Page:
weird_al_yankovic_-_dare_to_be_stupidWeird Al Yankovic – “Yoda” – (1985)

Weird Al is the master of parody songs and he’s also great at writing songs about very specific things, like Star Wars. “Yoda” is a parody of The Kinks’ brilliant “Lola.” And, while Weird Al didn’t write the original music for this song, his lyrics are every bit as brilliant as the original. This song is weird because he had to get permission both from The Kinks and George Lucas. 

220px-LikeAVirgin1984Madonna – “Into the Groove” – (1985)

Madonna’s second studio album Like a Virgin had its share of hits none more dance-worthy than this track, which wasn’t originally included on the album’s release. It was added for a 1985 re-release after being used in the film Desperately Seeking Susan, in which Madonna stared. It’s a synth-infused 80s dance track and a fine example of early Madonna.

Sade – “Is It a Crime” – (1985)

Sade’s second album, Promises, had big shoes to fill because Diamond Life was incredible. This album had three singles and “Is It a Crime” was the third and final one. It was also the least successful of the three – and while that’s understandable considering the other two, it’s still a great song with soulful vocals, roaring sax, and haunting music. Sade is truly one of the greatest musical acts ever.

Animotion – “Obsession” – (1985)

Animotion was a new wave band from San Francisco that came together in 1983. This was their best-known song and it was actually a synthpop cover of a little known duet by Holly Knight and Michael Des Barres. The Animotion version has become a staple of 1980s new wave and in 1984, it was a top ten hit on the Hot 100.

USA for Africa – “We are the World” – (1985)

Charity singles. The U.K. goes crazy for them and has them all the time. It doesn’t work so well here in the U.S. Perhaps it’s because this track. I’m not sure. It’s definitely cheesy and a part of 1980s culture. This was a group of singers who came together to perform a song written by Michael Jackson and Lionel Richie and sell it to raise money for famine relief in Ethiopia. The whole thing was inspired by Band Aid (from the U.K.). It ended up raising $100 million and selling over 20 million copies (impressive). Annoyingly, USA for Africa stands for “United Support of Artists for Africa” and that’s because a few of the artists weren’t American. Here’s everyone other than Jackson and Richie who were involved: Dan Aykroyd, Harry Belafonte, Lindsey Buckingham, Kim Carnes, Ray Charles, Bob Dylan, Sheila E., Bob Geldof (who was responsible for Band Aid), both Hall and Oates, James Ingram, Jackie Jackson, La Toya Jackson, Marlon Jackson, Randy Jackson (the one from the Jackson 5… not the one from American Idol), Tito Jackson, Al Jarreau, Waylon Jennings, Billy Joel, Cyndi Lauper, Huey Lewis and the News (the whole band), Kenny Loggins, Bette Midler, Willie Nelson, Jeffrey Osborne, Steve Perry, all three Pointer Sisters, Smokey Robinson, Kenny Rogers, Diana Ross, Paul Simon, Bruce Springsteen, Tina Turner, Dionne Warwick, and Stevie Wonder. Yeah, pretty impressive. Look at how many of those people are respectable and/or legendary (many of them) and think about how that would play out today. Do we really need Bieber and Kesha and company coming together for charity? That’s the exact reason charity singles don’t work in the U.S. anymore. The current crop of North American are trash. Also: not how hilariously out of place Bruce Springsteen and Bob Dylan sound here.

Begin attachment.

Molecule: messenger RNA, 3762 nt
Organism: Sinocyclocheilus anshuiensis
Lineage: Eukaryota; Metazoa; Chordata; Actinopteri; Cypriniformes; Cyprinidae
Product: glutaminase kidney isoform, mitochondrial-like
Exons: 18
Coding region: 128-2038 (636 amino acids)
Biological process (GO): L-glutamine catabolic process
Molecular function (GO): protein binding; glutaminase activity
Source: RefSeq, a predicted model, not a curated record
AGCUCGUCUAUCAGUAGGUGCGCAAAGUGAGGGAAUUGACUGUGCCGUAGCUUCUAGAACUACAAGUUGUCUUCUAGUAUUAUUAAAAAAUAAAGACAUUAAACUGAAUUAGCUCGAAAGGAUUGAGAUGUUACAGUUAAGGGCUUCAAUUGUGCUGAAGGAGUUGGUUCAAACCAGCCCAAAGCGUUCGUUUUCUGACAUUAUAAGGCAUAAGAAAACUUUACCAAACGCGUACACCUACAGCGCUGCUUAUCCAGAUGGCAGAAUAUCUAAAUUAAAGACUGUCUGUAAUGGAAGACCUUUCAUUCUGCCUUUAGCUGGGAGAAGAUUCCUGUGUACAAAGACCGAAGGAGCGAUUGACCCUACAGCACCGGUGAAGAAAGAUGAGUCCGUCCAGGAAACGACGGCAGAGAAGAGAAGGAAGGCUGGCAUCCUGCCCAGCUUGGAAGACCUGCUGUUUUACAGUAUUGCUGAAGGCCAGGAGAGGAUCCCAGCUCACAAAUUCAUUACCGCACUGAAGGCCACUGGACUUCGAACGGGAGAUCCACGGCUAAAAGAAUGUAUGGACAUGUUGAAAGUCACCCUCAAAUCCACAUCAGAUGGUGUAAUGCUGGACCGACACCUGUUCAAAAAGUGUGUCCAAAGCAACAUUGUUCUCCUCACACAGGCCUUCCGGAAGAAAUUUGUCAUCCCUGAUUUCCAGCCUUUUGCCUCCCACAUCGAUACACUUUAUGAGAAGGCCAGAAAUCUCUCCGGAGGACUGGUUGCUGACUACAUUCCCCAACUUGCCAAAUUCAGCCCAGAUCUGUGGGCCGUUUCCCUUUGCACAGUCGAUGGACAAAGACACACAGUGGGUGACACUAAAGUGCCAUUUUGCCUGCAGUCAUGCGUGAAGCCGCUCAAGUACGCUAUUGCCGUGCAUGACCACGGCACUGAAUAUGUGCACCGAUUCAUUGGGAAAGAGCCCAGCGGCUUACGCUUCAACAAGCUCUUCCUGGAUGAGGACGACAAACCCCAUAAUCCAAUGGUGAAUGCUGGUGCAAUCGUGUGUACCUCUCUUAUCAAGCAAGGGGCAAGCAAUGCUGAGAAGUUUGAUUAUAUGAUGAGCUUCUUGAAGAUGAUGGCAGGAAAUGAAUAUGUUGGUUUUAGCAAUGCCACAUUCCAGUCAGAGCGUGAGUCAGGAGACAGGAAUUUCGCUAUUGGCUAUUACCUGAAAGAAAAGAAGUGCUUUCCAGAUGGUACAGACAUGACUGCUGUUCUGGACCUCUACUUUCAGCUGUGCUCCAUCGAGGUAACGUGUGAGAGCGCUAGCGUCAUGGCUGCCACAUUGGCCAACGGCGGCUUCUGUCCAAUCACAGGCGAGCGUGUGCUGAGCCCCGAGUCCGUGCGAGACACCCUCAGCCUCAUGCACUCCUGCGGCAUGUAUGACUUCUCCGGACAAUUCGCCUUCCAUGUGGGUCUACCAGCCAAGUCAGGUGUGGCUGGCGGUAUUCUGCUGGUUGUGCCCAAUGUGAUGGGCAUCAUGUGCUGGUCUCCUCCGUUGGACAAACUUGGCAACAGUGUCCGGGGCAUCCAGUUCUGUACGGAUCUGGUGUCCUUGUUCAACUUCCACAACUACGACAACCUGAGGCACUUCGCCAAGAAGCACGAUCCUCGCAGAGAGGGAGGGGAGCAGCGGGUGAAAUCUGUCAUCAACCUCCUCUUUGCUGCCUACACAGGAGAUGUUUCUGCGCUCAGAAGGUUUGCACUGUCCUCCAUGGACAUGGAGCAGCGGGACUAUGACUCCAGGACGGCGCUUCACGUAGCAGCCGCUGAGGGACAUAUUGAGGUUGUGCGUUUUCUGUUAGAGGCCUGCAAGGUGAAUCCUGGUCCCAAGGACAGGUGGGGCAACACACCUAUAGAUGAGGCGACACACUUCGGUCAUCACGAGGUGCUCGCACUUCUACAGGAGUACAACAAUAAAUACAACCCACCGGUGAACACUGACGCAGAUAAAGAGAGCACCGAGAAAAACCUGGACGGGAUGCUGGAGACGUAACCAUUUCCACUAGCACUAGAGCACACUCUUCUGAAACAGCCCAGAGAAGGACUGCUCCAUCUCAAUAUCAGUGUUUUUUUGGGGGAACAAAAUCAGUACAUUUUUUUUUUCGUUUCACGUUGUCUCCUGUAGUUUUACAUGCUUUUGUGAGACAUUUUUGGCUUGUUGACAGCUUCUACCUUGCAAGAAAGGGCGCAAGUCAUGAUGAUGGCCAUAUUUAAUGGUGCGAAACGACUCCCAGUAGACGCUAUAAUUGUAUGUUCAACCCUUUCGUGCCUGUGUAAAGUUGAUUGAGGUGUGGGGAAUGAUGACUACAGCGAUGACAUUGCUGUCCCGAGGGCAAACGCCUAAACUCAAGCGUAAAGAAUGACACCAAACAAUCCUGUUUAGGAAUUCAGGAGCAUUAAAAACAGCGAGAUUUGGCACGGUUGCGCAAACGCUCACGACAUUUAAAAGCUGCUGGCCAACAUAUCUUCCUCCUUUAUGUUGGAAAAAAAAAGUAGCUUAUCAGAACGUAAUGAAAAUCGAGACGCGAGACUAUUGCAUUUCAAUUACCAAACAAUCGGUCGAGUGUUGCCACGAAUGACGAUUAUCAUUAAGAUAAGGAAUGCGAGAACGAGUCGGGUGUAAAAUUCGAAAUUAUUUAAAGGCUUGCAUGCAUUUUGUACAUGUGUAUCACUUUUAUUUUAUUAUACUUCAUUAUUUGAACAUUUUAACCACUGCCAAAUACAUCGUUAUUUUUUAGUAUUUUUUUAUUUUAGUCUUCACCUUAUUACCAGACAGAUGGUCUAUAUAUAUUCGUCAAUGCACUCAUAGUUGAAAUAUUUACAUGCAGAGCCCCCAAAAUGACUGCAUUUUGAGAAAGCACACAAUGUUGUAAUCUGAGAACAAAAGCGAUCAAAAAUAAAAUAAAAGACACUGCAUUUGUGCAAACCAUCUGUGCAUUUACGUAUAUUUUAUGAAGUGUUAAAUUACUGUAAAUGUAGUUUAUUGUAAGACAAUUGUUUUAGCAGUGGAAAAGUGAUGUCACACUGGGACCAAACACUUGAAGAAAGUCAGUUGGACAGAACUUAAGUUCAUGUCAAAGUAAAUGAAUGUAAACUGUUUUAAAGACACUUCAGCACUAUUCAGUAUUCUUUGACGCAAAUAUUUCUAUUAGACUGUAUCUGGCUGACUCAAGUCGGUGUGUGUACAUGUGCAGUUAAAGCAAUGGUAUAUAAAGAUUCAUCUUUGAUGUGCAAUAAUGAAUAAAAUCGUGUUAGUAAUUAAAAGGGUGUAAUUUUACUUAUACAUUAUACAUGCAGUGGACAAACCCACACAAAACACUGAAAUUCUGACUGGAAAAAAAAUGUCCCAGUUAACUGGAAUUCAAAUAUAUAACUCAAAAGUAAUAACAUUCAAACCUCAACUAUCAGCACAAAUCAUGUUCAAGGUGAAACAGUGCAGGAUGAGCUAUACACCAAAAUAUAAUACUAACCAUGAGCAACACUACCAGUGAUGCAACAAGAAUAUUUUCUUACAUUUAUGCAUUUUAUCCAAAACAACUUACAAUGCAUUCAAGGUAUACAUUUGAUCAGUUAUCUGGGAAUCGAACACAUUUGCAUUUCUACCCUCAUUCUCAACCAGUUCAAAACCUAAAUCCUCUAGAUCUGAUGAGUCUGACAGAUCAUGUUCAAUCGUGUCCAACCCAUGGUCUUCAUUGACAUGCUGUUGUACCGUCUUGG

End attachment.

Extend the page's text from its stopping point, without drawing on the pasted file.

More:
Clarence Clemons & Jackson Browne – “You’re a Friend of Mine” – (1985)

I guess if part of song being “very 80s” is a raging saxophone, then Clarence Clemons is your man. Clemons – who you might not know by name – you definitely know by his performance. Until his death in 2011, he was the saxophone player in the E. Street Band, backing Bruce Springsteen since 1972. This was Clemons’ only solo hit and his association with The Boss didn’t hurt sales figures. Jackson Browne is guest musician and vocalist here – and his then-girlfriend Daryl Hannah also provided backing vocals. Weird.

Dionne Warwick & Friends – “That’s What Friends Are For” – (1985)

This song was written by Burt Bacharach and Carole Bayer Sager. Rod Stewart recorded it originally but it was Dionne Warwick’s version that went to #1. Well, Dionne Warwick and friends. Those friends? Elton John, Gladys Knight, and Stevie Wonder. Pretty impressive friends. Well name-dropped, Dionne. This was a charity single to benefit AIDS research. It’s one of those tunes that everybody knows.

Phil Collins & Marilyn Martin – “Separate Lives” – (1985)